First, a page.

“When I spoke to you before France, I couldn’t see myself going through all that again. It requires a lot of effort from your body and mind to take part and do well in a tournament like a World Cup and, right now, I don’t see myself being there in 2023. But if I feel valued, and feel I can still add value to the squad, then I wouldn’t completely rule it out. Never say never!”
#TheBest: Lindahl on Lindahl
#TheBest physical attribute I have
“I’ve always been very explosive. Even as a kid, I was muscly, quick, strong and powerful. That’s stayed with me throughout my career and has definitely helped me. My height is obviously a big attribute as a goalkeeper too.”
#TheBest mental attribute I have
“Probably stubbornness and refusing to give in. That’s a big part of my make-up and sometimes it’s challenging. I can be so stubborn in discussions and I know people down the years will have thought, ‘Shut up already!’ My brain is so active and that can be a negative because I have over-analysed in the past. But in terms of reaching my goals and overcoming obstacles – injuries, criticism, mistakes or whatever – being so headstrong, determined and goal-oriented has been a big asset. I also think that I’ve been able to use my head a little bit better in recent years, calm myself down and stop over-analysing quite as much.”
#TheBest achievement in my career
“That’s tough because there have been one-off achievements – tournaments, prizes and so on – but there are more long-standing things that mean a lot to me too. Winning the double with Chelsea in 2015 was a proud moment as the club had never won anything before that season, and winning Olympic silver in 2016 – after beating USA in the quarter-finals – was a fantastic story. But just being picked for all those tournaments, and playing more games for Sweden than any other goalkeeper – male or female – is something I’m especially proud of because it’s an achievement that’s taken so much effort over such a long period.”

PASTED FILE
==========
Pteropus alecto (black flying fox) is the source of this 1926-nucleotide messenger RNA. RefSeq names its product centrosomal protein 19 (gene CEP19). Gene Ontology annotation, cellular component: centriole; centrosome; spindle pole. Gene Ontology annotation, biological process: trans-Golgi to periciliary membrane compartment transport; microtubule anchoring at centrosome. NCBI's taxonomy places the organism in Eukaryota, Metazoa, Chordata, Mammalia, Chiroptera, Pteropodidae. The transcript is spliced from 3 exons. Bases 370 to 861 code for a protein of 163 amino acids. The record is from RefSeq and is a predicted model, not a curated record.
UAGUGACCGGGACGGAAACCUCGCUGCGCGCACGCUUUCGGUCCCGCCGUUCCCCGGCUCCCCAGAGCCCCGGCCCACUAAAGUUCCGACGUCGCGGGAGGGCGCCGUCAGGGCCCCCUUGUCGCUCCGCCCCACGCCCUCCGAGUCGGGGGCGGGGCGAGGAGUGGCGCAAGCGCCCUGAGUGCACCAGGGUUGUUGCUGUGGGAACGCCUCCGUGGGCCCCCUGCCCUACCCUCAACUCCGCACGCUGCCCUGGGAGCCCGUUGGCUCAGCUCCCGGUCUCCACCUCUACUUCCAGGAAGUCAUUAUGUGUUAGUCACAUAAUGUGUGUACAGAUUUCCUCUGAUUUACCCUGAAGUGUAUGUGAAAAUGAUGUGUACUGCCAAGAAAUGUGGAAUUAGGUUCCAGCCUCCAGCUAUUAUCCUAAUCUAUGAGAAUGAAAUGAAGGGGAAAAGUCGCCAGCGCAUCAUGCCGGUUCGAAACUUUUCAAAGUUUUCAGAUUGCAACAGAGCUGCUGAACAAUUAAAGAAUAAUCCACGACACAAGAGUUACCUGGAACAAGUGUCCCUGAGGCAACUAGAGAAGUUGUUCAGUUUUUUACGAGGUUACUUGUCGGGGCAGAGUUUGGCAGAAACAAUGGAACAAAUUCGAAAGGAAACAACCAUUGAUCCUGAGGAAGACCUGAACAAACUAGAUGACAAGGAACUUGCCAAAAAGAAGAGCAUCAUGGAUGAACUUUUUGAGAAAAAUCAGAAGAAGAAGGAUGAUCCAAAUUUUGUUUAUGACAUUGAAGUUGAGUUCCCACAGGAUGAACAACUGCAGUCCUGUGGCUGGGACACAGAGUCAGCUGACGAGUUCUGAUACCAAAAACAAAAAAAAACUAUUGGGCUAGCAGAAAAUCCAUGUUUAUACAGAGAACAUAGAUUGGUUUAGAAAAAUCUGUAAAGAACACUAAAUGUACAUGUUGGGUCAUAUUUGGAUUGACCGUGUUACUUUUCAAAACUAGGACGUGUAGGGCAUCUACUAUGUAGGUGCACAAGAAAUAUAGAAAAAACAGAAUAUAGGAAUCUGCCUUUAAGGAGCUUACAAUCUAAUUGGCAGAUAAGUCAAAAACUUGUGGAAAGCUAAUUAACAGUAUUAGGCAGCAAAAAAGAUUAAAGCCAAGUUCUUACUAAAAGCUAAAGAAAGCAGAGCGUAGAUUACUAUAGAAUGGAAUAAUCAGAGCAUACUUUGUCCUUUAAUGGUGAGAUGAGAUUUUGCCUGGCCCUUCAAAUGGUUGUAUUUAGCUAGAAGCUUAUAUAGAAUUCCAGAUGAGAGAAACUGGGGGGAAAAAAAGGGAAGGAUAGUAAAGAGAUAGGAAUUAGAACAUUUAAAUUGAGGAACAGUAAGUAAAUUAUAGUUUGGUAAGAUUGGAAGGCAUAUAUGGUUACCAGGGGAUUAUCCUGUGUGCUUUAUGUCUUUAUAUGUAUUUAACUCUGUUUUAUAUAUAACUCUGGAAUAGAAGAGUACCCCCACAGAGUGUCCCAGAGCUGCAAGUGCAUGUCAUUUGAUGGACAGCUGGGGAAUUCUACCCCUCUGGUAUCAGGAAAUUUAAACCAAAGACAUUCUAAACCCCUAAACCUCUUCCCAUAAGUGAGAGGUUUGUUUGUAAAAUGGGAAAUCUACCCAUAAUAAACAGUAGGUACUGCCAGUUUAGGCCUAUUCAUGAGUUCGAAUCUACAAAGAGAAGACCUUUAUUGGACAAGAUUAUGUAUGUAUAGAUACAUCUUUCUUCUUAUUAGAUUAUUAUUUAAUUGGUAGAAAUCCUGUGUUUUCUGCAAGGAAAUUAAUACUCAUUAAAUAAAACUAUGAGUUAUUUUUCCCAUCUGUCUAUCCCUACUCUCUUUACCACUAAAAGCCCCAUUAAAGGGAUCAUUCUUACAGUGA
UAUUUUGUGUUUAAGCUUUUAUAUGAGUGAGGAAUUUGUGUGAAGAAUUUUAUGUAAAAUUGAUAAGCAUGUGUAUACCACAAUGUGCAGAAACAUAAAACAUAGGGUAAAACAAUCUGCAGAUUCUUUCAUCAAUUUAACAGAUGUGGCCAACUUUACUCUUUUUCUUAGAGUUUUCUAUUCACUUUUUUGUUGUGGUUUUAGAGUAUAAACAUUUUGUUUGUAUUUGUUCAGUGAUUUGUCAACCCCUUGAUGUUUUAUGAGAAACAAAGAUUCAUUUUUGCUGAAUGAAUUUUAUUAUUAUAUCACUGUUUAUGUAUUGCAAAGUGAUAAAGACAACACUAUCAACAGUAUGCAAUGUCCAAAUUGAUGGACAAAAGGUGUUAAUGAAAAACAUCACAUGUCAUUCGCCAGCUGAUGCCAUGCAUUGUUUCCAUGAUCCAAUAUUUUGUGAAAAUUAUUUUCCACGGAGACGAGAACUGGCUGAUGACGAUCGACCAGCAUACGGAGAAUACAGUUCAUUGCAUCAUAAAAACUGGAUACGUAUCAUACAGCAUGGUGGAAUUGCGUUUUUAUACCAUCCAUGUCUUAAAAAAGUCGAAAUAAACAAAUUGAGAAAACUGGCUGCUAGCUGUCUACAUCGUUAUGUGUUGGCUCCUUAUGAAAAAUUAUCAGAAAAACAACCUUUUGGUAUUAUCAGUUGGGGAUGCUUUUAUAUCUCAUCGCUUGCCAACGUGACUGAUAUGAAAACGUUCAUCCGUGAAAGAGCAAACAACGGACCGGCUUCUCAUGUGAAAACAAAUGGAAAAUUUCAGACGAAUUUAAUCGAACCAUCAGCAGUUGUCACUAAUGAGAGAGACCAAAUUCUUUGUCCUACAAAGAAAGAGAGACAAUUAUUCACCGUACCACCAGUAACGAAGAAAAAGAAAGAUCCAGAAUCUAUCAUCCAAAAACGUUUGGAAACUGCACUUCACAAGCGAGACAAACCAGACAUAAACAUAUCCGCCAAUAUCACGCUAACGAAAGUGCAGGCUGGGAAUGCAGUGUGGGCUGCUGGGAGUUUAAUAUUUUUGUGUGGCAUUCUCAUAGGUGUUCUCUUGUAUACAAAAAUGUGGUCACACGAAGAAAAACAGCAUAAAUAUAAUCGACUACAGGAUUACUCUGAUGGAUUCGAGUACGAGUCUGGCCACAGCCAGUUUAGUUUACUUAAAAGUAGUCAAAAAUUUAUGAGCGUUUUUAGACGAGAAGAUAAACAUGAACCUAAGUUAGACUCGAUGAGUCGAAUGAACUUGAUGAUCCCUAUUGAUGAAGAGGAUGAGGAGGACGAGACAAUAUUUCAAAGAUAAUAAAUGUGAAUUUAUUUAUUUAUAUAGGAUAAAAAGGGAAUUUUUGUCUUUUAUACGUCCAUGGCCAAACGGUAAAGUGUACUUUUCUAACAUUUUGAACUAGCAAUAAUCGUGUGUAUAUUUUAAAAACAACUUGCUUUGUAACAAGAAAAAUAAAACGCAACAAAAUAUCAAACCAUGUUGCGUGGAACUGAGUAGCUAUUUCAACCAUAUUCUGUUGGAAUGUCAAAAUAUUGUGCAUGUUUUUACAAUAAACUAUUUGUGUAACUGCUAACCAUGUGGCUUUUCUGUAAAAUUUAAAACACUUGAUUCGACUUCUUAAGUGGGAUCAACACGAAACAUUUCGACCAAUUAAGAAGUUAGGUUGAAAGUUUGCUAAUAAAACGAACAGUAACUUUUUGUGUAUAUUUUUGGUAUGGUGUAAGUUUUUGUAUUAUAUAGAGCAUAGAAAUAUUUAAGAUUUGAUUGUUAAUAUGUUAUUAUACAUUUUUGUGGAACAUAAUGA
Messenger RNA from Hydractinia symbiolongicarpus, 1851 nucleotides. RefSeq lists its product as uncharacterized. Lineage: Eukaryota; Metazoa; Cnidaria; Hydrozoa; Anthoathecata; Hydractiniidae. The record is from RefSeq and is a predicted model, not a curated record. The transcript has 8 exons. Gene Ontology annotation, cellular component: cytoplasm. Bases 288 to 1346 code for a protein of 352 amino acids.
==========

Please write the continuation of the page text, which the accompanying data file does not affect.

#TheBest save I’ve made
“On of my best traits as a goalkeeper is being able to organise the defence in front of me, and the idea is to keep the saves I make pretty easy! I don’t feel I’m someone who makes ‘wow’ saves a lot and, as a keeper, you really don’t want to be making too many of those. The penalty saves in big tournaments probably spring to mind. And although the one from [Janine] Beckie in France was great, the one that meant the most to me was the one against Alex Morgan in the Rio Olympics. To save from a player of her status in such a historical shootout, winning against the US and Hope Solo – who’d always been the one in the way of me getting to my goal – was a really big moment for me.”
#TheBest advice I could give to a young keeper
“One of the most important things is to always find a new challenge. It’s also important that, whatever your big goals are, to be focused on the here and now – not on what’s going to happen, or what you hope will happen, tomorrow or next year. I would also advise them to ensure that they are always in a challenging environment, and to work with good goalkeeping coaches – and different coaches – because learning different styles helps so much in improving you and keeping you fresh.”